Also, many sensors must be programmed before use, and this usually requires a display unit of the same manufacturer to program them. However, once programmed - the sensor may be able to be detected by any other manufacturer's product. This incompatibility still exists to some degree, so be aware when mixing products from different manufacturers that you may run across a few problems.

Building a Network
NMEA-2000 initially provided for two network cabling schemes; called Mini and Micro. Maretron now offers a third scheme called Mid. So the first question to answer is which one do I use? While each cabling scheme is identical in their bus configuration, the major difference is the capacity each network will provide. They are:

Since each device on the network requires a different amount of power (i.e. a display unit is likely to demand more power than a sensor), some thought must be given to how much total power the various devices require. NMEA-2000 includes a LEN specification that every NMEA-2000 device must provide. ( 1 LEN = 50mA ) Therefore, if a sensor states that it has a LEN of 5, you know that it's current requirement is 250mA. The idea of the LEN is to add them all up, and they should be less than the maximum LEN of the cable. From the chart, essentially the decision of which cable to use is determined by the length of the network you want to install, and the number of devices you need to support, and their total current requirement.

But there are limitations to the network.
The cable distance between any two points (a point being an electronic product or terminator) must not exceed 250 meters (820 feet) for a system based on the Mini or Mid trunk cable or 100 meters (328 feet) for a system based on a Micro trunk cable
AND the cumulative drop line length is the sum of all drop lines, Mini, Mid or Micro cable in the cabling system; This sum cannot exceed 78 meters (256 feet) and no single device can be more than 6 meters (20 feet) from the trunk line.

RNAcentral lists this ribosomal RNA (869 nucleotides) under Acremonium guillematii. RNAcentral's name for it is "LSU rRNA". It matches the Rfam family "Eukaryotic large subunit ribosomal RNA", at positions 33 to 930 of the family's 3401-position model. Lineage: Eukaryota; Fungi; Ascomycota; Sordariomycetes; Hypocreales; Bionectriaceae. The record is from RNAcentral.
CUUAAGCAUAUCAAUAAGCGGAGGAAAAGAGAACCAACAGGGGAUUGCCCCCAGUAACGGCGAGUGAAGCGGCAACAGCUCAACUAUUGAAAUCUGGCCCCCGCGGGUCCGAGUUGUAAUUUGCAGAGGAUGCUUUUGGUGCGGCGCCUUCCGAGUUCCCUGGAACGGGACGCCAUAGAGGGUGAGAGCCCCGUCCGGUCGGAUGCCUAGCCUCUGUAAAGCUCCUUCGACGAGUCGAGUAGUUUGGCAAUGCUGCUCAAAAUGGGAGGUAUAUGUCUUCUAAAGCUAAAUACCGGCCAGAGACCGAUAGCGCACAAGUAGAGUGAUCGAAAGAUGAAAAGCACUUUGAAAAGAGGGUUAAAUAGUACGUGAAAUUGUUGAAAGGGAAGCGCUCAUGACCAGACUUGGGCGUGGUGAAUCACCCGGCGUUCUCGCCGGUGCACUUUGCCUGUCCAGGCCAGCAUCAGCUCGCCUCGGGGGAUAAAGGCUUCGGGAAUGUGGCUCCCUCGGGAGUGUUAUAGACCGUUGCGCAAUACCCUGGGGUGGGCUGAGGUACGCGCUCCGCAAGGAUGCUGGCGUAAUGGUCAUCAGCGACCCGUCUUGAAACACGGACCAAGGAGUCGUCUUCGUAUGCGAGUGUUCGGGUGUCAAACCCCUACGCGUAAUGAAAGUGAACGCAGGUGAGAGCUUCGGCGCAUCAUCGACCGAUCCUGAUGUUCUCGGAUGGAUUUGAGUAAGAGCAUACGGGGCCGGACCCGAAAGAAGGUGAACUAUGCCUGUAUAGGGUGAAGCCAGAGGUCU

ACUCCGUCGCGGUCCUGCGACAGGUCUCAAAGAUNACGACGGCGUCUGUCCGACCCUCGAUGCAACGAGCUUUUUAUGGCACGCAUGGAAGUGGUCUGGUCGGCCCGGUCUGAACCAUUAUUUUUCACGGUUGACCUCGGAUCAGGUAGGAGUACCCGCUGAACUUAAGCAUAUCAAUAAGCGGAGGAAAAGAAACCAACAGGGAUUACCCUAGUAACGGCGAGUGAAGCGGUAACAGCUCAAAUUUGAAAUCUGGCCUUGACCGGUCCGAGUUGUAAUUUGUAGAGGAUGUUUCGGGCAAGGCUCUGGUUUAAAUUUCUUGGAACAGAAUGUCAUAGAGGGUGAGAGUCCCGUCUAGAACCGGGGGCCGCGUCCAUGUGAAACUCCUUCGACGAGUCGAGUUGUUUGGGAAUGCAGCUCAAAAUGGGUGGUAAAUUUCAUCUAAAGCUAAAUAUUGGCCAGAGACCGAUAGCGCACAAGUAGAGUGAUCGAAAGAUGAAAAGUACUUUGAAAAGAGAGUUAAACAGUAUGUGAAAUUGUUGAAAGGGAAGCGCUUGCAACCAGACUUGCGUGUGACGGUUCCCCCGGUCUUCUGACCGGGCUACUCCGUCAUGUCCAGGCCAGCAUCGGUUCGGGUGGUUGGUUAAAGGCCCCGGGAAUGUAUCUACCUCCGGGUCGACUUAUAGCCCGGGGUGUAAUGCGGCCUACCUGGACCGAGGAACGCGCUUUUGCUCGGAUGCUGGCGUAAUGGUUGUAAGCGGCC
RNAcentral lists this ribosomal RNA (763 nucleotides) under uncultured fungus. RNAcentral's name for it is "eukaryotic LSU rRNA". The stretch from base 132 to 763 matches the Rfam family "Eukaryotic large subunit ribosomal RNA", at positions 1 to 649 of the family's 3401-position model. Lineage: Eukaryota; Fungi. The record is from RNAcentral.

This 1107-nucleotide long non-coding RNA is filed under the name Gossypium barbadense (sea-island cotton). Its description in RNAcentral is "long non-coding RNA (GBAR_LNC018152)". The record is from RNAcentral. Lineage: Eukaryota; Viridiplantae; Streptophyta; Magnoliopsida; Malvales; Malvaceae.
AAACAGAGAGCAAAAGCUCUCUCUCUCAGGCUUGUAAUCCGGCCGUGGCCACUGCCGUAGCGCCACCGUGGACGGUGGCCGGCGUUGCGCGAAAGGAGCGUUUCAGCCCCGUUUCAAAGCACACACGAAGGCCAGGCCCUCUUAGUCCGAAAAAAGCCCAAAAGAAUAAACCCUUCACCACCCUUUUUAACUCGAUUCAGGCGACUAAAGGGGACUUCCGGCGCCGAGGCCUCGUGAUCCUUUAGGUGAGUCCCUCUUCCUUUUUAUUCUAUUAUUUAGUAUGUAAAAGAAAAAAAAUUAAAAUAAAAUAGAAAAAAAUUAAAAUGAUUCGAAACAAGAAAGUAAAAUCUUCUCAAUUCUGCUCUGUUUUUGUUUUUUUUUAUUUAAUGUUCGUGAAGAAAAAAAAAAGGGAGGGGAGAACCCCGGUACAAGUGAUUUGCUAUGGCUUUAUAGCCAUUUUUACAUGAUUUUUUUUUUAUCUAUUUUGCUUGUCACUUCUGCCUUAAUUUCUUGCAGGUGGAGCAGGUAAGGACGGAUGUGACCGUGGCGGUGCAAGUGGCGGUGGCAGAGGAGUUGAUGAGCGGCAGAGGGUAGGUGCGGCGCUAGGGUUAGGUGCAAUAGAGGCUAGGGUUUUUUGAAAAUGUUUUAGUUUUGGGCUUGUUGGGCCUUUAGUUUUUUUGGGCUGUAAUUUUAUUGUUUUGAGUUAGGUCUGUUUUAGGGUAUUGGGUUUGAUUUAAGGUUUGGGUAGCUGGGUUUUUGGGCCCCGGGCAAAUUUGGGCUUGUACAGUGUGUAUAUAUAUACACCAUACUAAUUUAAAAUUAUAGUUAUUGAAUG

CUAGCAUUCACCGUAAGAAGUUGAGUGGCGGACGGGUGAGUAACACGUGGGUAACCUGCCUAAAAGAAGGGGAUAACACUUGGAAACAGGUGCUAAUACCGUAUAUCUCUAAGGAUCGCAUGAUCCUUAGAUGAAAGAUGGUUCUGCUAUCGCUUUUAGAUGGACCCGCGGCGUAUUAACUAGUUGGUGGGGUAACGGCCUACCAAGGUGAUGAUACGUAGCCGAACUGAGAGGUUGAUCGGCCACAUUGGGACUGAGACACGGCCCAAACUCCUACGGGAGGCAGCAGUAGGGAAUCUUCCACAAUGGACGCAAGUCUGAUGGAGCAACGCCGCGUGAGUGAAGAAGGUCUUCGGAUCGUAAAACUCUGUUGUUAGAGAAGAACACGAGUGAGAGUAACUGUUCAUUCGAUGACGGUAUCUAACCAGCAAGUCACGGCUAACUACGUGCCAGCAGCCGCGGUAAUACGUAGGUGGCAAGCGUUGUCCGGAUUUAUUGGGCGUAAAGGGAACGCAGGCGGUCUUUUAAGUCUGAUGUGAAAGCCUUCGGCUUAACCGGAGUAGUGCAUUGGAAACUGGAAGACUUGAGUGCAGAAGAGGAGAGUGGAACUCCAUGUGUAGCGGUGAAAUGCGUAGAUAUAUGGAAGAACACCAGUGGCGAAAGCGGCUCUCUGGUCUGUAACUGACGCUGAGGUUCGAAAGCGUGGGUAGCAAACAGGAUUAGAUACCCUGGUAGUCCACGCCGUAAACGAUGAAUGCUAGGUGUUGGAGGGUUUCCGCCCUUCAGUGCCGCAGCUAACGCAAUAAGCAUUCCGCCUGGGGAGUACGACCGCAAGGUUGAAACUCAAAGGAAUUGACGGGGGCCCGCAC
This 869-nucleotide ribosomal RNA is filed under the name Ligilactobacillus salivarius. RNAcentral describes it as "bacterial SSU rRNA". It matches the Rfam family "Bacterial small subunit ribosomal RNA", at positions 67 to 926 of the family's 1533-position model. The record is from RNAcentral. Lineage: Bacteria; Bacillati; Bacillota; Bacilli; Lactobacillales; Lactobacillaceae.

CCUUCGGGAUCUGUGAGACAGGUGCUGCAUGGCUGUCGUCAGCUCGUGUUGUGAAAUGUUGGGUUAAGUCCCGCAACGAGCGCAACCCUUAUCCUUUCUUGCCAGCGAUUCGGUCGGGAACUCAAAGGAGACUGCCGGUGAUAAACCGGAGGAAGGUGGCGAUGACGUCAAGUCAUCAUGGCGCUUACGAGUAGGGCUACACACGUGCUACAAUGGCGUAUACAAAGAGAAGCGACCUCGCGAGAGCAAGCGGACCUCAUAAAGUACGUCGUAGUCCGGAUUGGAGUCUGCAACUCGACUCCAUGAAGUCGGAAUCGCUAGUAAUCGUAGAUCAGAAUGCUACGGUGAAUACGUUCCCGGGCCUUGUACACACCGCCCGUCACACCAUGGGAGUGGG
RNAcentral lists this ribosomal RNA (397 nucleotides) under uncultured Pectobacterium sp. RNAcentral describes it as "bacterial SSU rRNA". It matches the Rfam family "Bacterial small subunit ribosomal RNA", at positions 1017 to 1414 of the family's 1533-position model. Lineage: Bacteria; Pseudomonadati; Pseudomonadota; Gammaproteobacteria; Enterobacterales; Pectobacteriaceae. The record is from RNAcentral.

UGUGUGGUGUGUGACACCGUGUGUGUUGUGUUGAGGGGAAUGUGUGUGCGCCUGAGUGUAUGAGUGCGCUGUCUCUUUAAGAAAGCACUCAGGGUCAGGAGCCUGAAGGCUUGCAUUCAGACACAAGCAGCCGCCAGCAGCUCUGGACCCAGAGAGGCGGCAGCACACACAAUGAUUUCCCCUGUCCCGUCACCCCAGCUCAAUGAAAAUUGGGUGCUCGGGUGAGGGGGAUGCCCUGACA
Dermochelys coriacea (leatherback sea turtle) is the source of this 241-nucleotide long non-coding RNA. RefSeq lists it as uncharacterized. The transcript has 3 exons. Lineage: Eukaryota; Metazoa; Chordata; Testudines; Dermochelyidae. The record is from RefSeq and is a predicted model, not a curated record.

This places limits for sail boats with masts greater than 20 feet. Effectively it means the main trunk of the Network has to go up the mast, and  to cover instruments or sensors forward of the mast the main trunk has to do a big "U" back, or use a drop line no more than 20 feet. If one wants to put more than one sensor at the top of the mast, the wiring becomes more of a problem with probably the "T' junctions and terminator living outside the mast in the elements.

BUT in addition to this, excessive voltage drop can be an issue when using Micro cable, due to the small size of the power wires within the backbone. Especially on long cable runs you can have excessive voltage drop, even if the total power required by all of the devices is less than the LEN rating of the cable. To determine the voltage drop, an easy formula can be used: Voltage drop = LEN X Cable Length(in meters) X Cable Resistance(in ohms)/100

Clearly for sailboats the micro cable probably can't be used, but one could use a Micro network with a Mid backbone cable. Essentially the only difference is that the Mid cable uses 16 AWG power wires, where the Micro cable uses 22 AWG. Otherwise, all of the connectors and terminators are identical. This is the most cost-effective solution as Mid cables do not really cost much more than a Micro cable, and you can still use the less expensive Micro connectors and drop cables.

One important item that needs repeating is voltage drop.  Attention must also be given to the feed wires. The wiring route from the battery to the NMEA22000 power tee should be minimized to reduce voltage loss. This is sometimes difficult as often, the power switch for the network logically belongs at the helm, however (especially with a center-feed network), the power tee may be located some distance from the helm. One solution is to install a relay near the power tap, which is switched at the helm. The relay would allow a remote switch at the helm to turn the network on or off with minimum voltage loss.